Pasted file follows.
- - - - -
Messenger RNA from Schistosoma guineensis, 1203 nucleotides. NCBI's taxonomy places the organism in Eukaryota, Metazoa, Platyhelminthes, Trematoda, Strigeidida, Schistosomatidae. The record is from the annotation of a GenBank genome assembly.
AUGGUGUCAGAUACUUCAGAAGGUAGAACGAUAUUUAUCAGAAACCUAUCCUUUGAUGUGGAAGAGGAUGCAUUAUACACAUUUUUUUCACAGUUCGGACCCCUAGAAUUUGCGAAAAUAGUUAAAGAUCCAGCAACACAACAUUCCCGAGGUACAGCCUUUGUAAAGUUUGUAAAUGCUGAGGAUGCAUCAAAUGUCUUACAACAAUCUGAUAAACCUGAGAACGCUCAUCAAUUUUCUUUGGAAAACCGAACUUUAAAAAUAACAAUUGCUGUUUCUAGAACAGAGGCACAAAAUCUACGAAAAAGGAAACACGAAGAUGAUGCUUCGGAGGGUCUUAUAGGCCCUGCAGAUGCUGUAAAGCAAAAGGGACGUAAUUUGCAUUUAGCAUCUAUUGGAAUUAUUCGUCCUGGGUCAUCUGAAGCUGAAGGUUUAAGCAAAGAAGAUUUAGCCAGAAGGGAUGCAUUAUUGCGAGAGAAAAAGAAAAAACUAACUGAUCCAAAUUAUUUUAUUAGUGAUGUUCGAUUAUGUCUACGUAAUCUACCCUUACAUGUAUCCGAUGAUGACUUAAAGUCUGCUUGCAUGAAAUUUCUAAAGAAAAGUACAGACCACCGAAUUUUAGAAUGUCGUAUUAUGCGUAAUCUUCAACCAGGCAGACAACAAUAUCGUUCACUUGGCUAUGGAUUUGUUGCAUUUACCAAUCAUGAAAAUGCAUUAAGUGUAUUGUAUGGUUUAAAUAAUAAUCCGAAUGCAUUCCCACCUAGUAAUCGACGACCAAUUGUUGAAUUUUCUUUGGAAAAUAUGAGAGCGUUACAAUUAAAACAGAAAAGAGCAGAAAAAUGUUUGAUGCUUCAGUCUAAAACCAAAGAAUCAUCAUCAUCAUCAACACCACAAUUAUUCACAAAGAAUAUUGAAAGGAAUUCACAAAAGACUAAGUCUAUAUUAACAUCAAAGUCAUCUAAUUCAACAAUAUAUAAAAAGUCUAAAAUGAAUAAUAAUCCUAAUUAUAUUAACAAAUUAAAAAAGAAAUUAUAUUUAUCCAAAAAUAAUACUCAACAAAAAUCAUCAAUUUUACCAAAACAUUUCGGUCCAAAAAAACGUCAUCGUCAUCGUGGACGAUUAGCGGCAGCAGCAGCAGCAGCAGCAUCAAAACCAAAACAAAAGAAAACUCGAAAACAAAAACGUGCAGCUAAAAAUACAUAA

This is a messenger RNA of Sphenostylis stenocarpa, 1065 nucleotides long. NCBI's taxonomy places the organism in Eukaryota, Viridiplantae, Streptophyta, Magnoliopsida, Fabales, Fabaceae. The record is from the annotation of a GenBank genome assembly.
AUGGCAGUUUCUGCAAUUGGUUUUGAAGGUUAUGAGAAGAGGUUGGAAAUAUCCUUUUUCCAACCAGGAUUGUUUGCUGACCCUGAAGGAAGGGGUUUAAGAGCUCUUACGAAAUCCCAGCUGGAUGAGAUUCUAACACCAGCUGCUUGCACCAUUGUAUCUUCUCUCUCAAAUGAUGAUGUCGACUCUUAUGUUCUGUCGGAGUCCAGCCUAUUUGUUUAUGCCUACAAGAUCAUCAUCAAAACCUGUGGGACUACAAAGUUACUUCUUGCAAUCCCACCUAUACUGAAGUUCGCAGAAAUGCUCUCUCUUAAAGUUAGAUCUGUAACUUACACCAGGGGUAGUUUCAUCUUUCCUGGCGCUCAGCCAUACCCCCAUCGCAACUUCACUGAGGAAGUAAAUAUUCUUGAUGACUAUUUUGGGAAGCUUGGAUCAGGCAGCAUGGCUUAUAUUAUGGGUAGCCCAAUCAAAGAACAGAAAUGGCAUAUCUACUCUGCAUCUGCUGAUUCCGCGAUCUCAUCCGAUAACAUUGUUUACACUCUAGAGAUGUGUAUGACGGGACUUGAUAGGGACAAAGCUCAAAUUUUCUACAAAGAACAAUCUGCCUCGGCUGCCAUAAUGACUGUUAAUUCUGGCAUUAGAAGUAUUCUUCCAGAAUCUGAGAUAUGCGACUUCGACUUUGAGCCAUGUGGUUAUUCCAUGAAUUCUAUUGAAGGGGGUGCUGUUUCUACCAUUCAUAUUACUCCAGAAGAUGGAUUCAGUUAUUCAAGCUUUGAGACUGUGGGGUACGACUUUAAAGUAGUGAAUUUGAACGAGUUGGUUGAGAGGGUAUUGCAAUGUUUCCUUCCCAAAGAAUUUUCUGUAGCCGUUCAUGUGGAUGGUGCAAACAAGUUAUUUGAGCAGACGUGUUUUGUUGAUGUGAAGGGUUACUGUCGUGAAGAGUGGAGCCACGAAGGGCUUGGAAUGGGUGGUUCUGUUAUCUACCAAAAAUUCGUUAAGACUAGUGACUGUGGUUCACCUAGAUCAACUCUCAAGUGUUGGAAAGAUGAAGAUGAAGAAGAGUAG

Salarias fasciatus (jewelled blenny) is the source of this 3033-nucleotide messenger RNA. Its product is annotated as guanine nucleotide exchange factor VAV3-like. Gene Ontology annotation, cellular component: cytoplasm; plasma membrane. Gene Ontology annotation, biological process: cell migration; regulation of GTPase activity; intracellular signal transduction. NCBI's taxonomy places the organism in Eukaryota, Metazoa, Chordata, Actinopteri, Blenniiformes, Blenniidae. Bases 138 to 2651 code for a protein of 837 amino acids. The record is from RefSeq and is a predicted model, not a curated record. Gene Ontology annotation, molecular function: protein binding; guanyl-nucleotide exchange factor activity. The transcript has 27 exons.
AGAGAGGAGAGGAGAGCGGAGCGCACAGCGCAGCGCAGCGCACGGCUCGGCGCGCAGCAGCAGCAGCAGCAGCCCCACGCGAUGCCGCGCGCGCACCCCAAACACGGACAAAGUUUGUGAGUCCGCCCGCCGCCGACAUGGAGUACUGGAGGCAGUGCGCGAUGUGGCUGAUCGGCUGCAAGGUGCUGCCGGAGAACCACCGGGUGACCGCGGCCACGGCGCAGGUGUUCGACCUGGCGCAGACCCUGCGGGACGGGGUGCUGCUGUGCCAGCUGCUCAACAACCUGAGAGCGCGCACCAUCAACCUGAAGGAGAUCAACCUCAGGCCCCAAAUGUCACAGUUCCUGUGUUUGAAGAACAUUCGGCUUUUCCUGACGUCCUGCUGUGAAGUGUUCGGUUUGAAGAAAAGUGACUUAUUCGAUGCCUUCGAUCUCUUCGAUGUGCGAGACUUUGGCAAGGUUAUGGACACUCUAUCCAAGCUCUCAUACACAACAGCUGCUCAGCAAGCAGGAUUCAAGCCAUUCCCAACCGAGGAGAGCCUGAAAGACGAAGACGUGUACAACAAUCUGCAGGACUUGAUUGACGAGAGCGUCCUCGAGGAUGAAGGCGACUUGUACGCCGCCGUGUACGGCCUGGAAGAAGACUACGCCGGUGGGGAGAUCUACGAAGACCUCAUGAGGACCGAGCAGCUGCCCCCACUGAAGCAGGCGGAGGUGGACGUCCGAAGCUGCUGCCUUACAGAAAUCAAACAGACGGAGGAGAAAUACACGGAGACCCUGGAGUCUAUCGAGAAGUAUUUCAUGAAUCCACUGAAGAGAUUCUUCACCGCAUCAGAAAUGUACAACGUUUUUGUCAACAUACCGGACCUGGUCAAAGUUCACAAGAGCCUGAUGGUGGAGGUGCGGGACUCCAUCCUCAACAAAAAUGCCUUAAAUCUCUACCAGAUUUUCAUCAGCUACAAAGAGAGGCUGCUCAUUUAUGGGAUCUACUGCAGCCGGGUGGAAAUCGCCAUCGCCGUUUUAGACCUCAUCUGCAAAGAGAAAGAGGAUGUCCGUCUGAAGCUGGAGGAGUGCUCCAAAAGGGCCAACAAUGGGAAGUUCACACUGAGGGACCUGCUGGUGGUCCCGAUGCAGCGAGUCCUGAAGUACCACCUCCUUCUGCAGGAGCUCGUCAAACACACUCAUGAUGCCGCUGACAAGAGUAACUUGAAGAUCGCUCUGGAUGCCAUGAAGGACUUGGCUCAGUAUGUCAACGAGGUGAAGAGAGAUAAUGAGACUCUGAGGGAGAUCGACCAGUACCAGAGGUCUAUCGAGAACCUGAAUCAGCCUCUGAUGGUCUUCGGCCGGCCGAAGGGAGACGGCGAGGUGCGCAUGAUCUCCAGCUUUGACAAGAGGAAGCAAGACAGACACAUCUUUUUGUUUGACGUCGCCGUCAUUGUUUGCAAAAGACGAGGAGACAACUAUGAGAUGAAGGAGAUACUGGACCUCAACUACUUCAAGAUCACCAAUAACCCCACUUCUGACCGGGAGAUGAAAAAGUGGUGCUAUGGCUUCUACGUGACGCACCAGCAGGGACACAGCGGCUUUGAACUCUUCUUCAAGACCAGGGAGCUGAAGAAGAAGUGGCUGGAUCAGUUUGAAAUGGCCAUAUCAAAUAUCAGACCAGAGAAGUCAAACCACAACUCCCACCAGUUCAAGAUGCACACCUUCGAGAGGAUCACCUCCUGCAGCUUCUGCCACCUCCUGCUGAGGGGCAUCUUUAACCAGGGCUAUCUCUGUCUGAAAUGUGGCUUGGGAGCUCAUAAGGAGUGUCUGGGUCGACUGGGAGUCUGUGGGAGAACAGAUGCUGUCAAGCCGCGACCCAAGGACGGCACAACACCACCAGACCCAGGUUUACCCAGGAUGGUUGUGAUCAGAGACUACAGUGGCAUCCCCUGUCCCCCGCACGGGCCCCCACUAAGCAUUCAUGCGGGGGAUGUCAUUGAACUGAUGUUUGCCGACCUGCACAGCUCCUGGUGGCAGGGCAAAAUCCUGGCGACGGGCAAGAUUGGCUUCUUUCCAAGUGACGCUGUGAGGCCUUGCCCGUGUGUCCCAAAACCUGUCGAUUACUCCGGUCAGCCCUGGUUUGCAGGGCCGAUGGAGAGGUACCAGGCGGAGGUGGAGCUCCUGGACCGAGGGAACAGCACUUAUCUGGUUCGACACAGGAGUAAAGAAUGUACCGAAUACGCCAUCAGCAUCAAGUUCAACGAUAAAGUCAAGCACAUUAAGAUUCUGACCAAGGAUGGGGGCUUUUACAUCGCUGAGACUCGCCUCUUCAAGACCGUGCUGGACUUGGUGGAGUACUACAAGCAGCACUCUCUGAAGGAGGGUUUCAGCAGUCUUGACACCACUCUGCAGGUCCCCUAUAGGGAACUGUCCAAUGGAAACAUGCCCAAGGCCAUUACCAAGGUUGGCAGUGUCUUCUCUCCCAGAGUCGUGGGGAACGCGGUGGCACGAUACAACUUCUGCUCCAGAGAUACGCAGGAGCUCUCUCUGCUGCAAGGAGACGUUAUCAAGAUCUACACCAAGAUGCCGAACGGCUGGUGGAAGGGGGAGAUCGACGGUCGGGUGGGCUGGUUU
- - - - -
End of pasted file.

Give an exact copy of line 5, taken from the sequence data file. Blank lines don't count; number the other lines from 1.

Salarias fasciatus (jewelled blenny) is the source of this 3033-nucleotide messenger RNA. Its product is annotated as guanine nucleotide exchange factor VAV3-like. Gene Ontology annotation, cellular component: cytoplasm; plasma membrane. Gene Ontology annotation, biological process: cell migration; regulation of GTPase activity; intracellular signal transduction. NCBI's taxonomy places the organism in Eukaryota, Metazoa, Chordata, Actinopteri, Blenniiformes, Blenniidae. Bases 138 to 2651 code for a protein of 837 amino acids. The record is from RefSeq and is a predicted model, not a curated record. Gene Ontology annotation, molecular function: protein binding; guanyl-nucleotide exchange factor activity. The transcript has 27 exons.